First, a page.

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High-And-Tight Pitches Create Tension At Comerica

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TORONTO, CANADA - JULY 1: Luke Putkonen #36 of the Detroit Tigers delivers a pitch during MLB game action against the Toronto Blue Jays on July 1, 2013 at Rogers Centre in Toronto, Ontario, Canada. (Photo by Tom Szczerbowski/Getty Images)

TORONTO, CANADA – JULY 1: Luke Putkonen #36 of the Detroit Tigers delivers a pitch during MLB game action against the Toronto Blue Jays on July 1, 2013 at Rogers Centre in Toronto, Ontario, Canada. (Photo by Tom Szczerbowski/Getty Images)

AshleyDunkak Ashley Dunkak
Ashley writes feature stories and news articles about the Lions,...
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By Ashley Dunkak
@Ashley Dunkak

COMERICA PARK (CBS DETROIT) – Nothing like a few fastballs at the head to make life interesting.

Detroit Tigers reliever Luke Putkonen threw behind the head of Alexei Ramirez, Ramirez charged the mound, and chaos ensued in what was then a 4-3 game in the series finale Thursday.

The umpires promptly ejected Putkonen, and Tigers manager Jim Leyland went ballistic. He tore into all four officials, incensed that they had thrown out his pitcher without issuing any warning, especially since White Sox starting pitcher Chris Sale had buzzed Prince Fielder earlier in the game – right after Miguel Cabrera hit a solo homer off Sale the previous at bat.

Sale said it was accidental.

“I wasn’t trying to send a message, I wasn’t even trying to back him off the plate, honestly,” Sale said. “Going out there and doing something childish like that, that’s not who I am. That’s not what I do.”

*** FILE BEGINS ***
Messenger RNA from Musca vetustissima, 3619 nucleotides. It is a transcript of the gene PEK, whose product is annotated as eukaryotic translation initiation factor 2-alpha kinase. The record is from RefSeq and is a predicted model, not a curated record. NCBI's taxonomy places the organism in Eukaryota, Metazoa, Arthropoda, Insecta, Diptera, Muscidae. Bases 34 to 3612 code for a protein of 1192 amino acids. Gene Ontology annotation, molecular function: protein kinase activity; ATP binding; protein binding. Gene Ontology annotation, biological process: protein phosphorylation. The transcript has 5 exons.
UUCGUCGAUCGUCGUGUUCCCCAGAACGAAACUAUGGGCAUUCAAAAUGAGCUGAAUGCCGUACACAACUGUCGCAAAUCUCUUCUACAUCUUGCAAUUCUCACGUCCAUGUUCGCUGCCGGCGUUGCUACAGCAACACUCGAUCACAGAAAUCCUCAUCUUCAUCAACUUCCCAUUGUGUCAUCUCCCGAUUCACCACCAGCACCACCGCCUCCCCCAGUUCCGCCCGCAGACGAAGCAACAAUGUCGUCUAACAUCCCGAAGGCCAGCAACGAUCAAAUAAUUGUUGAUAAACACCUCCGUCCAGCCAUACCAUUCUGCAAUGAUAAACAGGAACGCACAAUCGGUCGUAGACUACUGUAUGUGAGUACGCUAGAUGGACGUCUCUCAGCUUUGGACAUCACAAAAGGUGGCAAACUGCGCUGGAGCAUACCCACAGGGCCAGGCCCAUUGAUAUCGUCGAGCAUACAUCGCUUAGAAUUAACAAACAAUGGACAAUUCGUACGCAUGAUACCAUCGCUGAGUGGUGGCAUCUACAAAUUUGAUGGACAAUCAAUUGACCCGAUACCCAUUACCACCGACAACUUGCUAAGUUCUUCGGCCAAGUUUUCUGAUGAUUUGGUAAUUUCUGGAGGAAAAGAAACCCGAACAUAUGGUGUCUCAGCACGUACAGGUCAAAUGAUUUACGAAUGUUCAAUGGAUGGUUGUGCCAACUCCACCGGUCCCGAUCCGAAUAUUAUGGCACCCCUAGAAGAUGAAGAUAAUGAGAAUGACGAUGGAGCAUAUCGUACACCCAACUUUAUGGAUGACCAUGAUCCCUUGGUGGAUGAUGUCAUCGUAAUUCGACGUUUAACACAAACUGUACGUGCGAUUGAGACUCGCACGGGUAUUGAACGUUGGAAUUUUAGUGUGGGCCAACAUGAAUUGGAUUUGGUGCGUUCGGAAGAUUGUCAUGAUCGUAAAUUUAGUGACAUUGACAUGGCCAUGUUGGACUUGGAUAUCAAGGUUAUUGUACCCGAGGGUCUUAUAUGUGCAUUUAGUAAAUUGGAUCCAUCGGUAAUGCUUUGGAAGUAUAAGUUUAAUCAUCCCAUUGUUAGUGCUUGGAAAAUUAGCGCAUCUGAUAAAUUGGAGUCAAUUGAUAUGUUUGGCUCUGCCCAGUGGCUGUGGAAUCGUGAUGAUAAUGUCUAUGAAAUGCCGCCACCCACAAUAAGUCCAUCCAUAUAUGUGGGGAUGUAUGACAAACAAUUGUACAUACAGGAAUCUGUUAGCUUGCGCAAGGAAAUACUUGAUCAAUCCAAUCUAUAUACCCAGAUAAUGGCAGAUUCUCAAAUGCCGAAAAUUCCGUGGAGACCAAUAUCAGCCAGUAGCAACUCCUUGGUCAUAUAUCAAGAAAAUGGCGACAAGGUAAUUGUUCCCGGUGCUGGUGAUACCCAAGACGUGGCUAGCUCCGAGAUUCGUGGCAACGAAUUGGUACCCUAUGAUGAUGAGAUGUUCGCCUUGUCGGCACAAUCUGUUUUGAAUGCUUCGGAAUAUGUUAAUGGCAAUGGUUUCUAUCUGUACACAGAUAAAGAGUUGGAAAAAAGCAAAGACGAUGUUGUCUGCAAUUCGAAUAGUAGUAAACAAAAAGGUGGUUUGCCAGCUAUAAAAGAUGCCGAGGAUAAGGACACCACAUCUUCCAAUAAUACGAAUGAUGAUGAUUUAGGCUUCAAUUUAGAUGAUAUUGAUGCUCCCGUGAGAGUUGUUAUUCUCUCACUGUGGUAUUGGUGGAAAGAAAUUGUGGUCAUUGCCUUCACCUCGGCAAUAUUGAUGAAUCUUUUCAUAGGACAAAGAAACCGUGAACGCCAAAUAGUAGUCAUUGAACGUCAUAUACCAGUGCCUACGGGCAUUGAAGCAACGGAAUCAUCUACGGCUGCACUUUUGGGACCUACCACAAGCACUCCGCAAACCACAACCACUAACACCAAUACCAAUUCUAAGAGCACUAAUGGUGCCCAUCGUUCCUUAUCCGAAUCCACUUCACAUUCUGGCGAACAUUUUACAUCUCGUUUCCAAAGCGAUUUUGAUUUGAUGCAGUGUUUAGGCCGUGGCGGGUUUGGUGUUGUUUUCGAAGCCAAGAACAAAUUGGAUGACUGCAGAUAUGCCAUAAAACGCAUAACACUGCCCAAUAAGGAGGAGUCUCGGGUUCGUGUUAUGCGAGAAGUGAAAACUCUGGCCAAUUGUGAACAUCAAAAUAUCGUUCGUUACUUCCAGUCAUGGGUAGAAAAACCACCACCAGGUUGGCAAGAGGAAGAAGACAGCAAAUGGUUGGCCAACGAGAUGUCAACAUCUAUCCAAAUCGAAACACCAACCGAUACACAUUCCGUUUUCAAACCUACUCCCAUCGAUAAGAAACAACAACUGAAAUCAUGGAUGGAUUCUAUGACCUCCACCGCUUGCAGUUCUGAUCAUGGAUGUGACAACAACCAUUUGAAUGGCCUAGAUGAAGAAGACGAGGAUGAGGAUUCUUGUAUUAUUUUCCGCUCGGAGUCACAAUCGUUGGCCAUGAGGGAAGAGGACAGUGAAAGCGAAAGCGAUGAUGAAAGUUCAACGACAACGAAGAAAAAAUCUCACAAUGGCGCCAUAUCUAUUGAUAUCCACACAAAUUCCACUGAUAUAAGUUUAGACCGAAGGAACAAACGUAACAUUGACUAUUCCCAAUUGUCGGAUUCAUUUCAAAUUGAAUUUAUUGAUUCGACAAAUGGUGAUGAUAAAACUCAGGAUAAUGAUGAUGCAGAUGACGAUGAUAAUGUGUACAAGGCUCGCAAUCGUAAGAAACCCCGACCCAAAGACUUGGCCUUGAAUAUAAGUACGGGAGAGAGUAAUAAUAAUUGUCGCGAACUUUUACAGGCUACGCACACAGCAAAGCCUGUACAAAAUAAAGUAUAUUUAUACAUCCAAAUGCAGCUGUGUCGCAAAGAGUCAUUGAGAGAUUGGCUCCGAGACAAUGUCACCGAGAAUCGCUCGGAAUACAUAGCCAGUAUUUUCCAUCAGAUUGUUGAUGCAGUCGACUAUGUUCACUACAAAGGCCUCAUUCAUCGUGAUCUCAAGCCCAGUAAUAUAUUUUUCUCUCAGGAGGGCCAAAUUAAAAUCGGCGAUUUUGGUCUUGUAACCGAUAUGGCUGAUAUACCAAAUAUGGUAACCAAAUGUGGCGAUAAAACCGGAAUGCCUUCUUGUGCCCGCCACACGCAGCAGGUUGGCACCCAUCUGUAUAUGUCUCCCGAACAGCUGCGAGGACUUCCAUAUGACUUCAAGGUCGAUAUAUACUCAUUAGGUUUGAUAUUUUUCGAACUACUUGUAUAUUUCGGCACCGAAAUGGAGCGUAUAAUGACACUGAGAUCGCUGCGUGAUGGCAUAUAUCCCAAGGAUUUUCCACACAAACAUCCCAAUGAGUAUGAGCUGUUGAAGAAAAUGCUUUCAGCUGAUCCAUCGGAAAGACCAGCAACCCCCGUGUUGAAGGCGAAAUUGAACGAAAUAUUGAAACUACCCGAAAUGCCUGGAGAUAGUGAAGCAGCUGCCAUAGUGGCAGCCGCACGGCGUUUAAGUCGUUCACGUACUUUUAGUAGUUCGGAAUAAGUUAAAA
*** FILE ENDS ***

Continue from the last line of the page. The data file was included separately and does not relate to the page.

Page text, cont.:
Sale also said he felt bad that Ramirez got hit – if Putkonen’s throw was intentional – because of his pitch. He watched it on video after the game, confirming what he already knew.

“From the outside looking in, it doesn’t look good,” Sale said. “Even on the mound I was like, ‘Oh, that’s not good.’”

Tigers reliever Phil Coke had a different perspective on whether Sale’s throw was purposeful, mainly because Sale’s control looked excellent to him before and after the throw at Prince.

“The first pitch almost hits Prince in the face,” Coke said. “The next hitter, he’s ‘Bam!’ He’s dotting it … Same thing to Prince right there in the same at bat – not the next hitter, in the same at bat. He just starts darting down and away.”

Tigers catcher Brayan Pena chalked up the incident to boys being boys, even though Ramirez’s reaction surprised him.

“It’s just baseball,” Pena said.

Coke was not letting it go so easily. The key points of aggravation for him – and presumably Leyland, who did not speak to the media at all after the game – were the ejection of Putkonen despite no warnings being issued and the fact that Ramirez remained in the game.

“Who took first action after the pitch?” Coke asked. “He was the aggressor, yes? Usually the aggressor gets tossed, yes?”

Putkonen had little comment after the game but said multiple times that he did not mean to hit Ramirez. Coke seconded Putkonen’s statement.

“I think if Luke was trying to hit him, he would have smoked him,” Coke said. “I seriously do. The guy throws 95 and he can throw it wherever he wants whenever he wants. I don’t think he tried to hit him. I don’t.”

Coke and Tigers designated hitter Victor Martinez both mentioned this is the second time in two weeks a Detroit pitcher has gotten in trouble for a high-and-tight throw when opposing pitchers took similar action first and were not penalized.

On June 30 Tigers starting pitcher Rick Porcello threw at Ben Zobrist after Tampa Bay Ray Fernando Rodney had done the same thing to Cabrera the previous game. Rodney received no punishment, but Porcello got a five-game suspension.

“It is what it is,” Martinez said. “It’s over, so we turn the page and come back tomorrow.”

Coke was less diplomatic.

“Everybody’s able to do whatever they want to us, but if something goes the other way, everybody gets all upset,” Coke said. “Everybody wants to get in the middle of it instead of letting it play itself out. If [Ramirez] gets hit right there, okay, so what, it’s over. There’s no reason to toss anybody. Then issue the warning, then everybody’s good.”

 

 

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